Everybody develops their own True North. “Today authenticity is seen as the gold standard for leadership… The reality is that no one can be authentic by trying to be like someone else. You can learn from others’ experiences, but you cannot be successful trying to be like them. People will only trust you when you are genuine and authentic.”

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How to Build a Better Business Plan

How to Build a Better Business Plan: A Hands-On Action Guide for Business Owners

by Alastair Thomson

One of the primary benefits of a business plan is “finding a business model that works.” Alastair Thomson, an accountant and experienced C-level executive, guides you to think from a lender’s or investor’s perspective, whether or not you are seeking outside financing. From their side of the table, would you find your business compelling?

The completed plan becomes your “roadmap” for execution. “With the right business plan, you do your thinking up-front. You know how to take advantage when new opportunities come your way and you know exactly what problem needs solving if performance veers off-course.” Thomson encourages planning for three scenarios: best-case, worst-case, and likely outcome. “The biggest danger for a pessimist is under-resourcing their business.” Continue reading “How to Build a Better Business Plan”

An interview with Mark C. Crowley, author of Lead from the Heart

An interview with Mark C. Crowley
author of Lead from the Heart:
Transformational Leadership for the 21st Century

December 16, 2020 — 63 minutes — Book ReviewAmazon

      • [0:01:04] Employee engagement.
      • [0:13:16] Hiring people with heart.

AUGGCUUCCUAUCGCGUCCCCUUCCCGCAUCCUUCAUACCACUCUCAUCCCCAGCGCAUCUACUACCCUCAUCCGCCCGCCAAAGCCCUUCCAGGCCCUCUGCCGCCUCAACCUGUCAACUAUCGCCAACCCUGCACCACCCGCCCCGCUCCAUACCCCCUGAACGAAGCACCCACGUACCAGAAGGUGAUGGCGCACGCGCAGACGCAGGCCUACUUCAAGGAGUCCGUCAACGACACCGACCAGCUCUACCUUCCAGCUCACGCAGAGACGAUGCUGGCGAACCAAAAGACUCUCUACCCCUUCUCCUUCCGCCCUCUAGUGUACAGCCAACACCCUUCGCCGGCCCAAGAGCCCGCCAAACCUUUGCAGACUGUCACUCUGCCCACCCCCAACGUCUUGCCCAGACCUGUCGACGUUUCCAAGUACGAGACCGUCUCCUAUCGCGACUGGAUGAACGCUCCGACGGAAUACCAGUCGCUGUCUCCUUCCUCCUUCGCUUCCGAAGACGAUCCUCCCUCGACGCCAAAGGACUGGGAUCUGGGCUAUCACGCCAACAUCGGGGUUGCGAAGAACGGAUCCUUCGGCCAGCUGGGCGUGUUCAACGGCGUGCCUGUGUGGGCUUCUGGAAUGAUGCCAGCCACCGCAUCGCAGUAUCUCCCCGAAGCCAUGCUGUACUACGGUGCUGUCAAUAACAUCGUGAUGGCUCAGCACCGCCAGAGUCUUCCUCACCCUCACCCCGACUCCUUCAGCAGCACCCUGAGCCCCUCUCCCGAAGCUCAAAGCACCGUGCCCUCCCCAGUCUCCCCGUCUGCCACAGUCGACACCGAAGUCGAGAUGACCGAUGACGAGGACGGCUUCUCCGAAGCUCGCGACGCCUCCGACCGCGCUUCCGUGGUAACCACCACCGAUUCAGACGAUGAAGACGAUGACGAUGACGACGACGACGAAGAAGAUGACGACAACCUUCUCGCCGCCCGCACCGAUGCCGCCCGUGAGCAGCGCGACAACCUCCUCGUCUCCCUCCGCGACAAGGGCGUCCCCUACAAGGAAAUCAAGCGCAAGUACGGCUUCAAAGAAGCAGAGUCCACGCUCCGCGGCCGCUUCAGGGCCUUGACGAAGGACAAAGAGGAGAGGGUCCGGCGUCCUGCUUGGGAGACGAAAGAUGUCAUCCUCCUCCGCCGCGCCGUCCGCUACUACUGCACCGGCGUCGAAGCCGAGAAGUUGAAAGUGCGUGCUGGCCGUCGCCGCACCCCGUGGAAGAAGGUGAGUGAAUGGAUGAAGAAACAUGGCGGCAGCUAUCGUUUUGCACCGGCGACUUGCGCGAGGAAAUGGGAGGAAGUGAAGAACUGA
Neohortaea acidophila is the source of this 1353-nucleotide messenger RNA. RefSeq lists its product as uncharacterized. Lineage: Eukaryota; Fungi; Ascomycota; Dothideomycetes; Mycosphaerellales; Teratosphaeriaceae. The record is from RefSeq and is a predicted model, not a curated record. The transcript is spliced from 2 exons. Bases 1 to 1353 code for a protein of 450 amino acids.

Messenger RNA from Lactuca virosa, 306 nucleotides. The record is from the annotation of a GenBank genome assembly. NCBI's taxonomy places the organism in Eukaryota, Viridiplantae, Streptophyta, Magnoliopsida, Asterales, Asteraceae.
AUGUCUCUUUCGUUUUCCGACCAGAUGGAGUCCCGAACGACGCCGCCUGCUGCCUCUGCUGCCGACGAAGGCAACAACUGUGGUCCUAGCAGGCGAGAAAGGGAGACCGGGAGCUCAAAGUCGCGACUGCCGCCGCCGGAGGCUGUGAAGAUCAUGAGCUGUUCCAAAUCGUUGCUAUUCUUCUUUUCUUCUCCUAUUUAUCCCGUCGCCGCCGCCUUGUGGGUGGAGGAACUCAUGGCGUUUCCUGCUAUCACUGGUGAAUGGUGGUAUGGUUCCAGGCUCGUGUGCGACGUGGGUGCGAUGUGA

• [0:18:56] Connect on a personal level. Manager as a coach.
      • [0:21:43] If you don’t give a shit about people, none of this is going to work.
      • [0:24:28] Maximize employee potential.
      • [0:26:27] Flow.
      • [0:32:25] The boss who doesn’t care about you.
      • [0:34:10] Value and honor achievements.
      • [0:37:17] The heart is a feeling, sensing organ.
      • [0:42:23] Work From Home.
      • [0:49:44] How the wrong people get promoted.
      • [0:55:58] Organizational culture and values.

Transcript
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Unfettered: Mission-Aligned Boundary Spanning

Boundary Spanning in Practice
and
Unfettered: Mission-Aligned Boundary Spanning

by Kitty Wooley et al. (interview)

Senior Fellows and Friends is a group of current and former U.S. government employees. Spearheaded by Kitty Wooley, members of the group have published two compilations of articles about breaking through the silo mentality. They encourage inter-agency collaboration throughout the hierarchy to achieve greater institutional learning, more motivated staff, and greater effectiveness in executing organizational missions. While their context is government, the topics also apply to large businesses and nonprofit organizations. Continue reading “Unfettered: Mission-Aligned Boundary Spanning”